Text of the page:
4:30 or Bust: A Quest for Marathon Mediocrity

Posts Tagged ‘Rhode Races

Checking in With Two Weeks to Go

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Rhode Races Marathon is coming up in less than 2 short weeks, and I’m feeling really ready.  I’ve had mostly great runs, and have put in more miles before this race than any marathon prior.  I overdid it in the last 2 weeks and then had a bad run on Saturday, but with a day off yesterday, bounced back with a great 4.6 mile run tonight.

Way back on Jan 16, I posted my 15 week training plan.  I have to say, I have executed it perfectly.  Here is a recap of my plan and what I accomplished:

  1. weekend of 1/23 – Manhattan Half (completed very strong race.  Last 3 miles at 8:40 pace)
  2. weekend of 1/30 – 15 miles (completed 15.8 miles)
  3. weekend of 2/6 – TBD, default being 10 miles.  Maybe long bike ride? (completed 10.3 miles)
  4. weekend of 2/13 – on vacation (nothing!)
  5. weekend of 2/20 – on vacation (completed Cherry Tree 10 mile race – PR – strong race)
  6. weekend of 2/27 – long run 18 miles (completed 17.5 miles)
  7. weekend of 3/6 – Coogan’s 5k race (completed race – PR)
  8. weekend of 3/13 – TBD, default being 10 miles.  Maybe long bike ride? (completed 10 mile run)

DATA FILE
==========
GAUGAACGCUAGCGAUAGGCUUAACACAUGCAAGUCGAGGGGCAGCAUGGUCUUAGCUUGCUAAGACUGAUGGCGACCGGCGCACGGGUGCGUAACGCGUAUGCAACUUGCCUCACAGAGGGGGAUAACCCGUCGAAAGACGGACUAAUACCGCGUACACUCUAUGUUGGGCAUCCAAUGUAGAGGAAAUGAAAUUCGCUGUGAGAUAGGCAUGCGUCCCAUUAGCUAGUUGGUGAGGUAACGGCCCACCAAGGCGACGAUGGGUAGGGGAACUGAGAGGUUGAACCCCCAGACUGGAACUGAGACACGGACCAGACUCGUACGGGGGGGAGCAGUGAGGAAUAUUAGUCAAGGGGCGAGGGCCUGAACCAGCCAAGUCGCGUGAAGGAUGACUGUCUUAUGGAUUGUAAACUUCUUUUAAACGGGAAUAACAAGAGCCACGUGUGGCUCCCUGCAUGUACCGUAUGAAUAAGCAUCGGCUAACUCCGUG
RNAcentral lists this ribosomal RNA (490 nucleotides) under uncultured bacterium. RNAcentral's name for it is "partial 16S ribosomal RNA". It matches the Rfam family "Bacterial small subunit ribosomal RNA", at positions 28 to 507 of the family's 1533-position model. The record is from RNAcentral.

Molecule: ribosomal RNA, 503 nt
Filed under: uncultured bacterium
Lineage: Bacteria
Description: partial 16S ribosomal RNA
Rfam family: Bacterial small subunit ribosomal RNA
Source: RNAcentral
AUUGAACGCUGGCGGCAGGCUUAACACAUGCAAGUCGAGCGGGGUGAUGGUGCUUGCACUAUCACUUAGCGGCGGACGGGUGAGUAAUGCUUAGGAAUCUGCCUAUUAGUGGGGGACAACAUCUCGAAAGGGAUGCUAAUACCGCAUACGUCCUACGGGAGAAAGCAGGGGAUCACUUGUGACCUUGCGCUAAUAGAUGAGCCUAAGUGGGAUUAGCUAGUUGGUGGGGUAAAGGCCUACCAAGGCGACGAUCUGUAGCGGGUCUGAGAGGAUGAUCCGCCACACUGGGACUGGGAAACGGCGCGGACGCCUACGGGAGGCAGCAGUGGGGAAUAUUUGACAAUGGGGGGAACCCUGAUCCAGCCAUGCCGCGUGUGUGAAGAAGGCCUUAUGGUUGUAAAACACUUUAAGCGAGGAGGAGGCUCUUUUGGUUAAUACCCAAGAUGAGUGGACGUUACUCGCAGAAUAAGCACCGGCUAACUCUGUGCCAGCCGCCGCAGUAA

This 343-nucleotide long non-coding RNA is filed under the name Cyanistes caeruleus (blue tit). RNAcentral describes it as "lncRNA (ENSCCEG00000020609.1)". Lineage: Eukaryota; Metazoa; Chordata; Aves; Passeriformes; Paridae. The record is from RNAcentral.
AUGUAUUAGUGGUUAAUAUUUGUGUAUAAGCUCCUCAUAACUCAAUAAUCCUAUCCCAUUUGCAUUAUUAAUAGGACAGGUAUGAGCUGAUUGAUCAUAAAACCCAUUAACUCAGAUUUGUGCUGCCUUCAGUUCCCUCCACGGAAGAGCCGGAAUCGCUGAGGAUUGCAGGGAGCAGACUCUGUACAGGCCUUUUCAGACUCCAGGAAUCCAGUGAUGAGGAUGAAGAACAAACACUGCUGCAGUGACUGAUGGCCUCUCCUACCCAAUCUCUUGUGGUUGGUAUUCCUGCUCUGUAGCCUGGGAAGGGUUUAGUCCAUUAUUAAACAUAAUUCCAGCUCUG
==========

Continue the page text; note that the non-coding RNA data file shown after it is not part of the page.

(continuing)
9. weekend of 3/20 – long run – 20 miles (completed 20 mile run)
  10. weekend of 3/27 – March Madness Biathlon (completed race – PR)
  11. weekend of 4/3 – 131 New York Half Marathon (completed race – little unhappy with pace, but really not bad)
  12. weekend of 4/10 – last long run – 21 miles (completed 22.1 mile run)
  13. weekend of 4/17 – start of taper – 10-13 miles (supposed to do 10 miles, but bagged it after hard efforts earlier in week)
  14. weekend of 4/24 – taper
  15. weekend of 5/1 – BIG RACE

So with the exception of a less than stellar 13.1 New York half marathon, and skipping my first taper run this past weekend, I completed all my planned runs, and was satisfied with virtually all of them.  I even executed my plan of running lots of miles, and running hard, in the last 2 weeks before my taper.  This period culminated in an awesome run in Oakland, CA last Thursday, where I ventured up into the hills of Piedmont, behind Lake Merritt.  380 feet of elevation gain in less than 2 miles, and then the same feet of elevation loss in 1.5 miles.  Check out the elevation chart below, including the 5 and 6% grades on the up and down.  After that, still had 3 miles to go on tired legs.  Was a great training session.

Oakland Run Elevation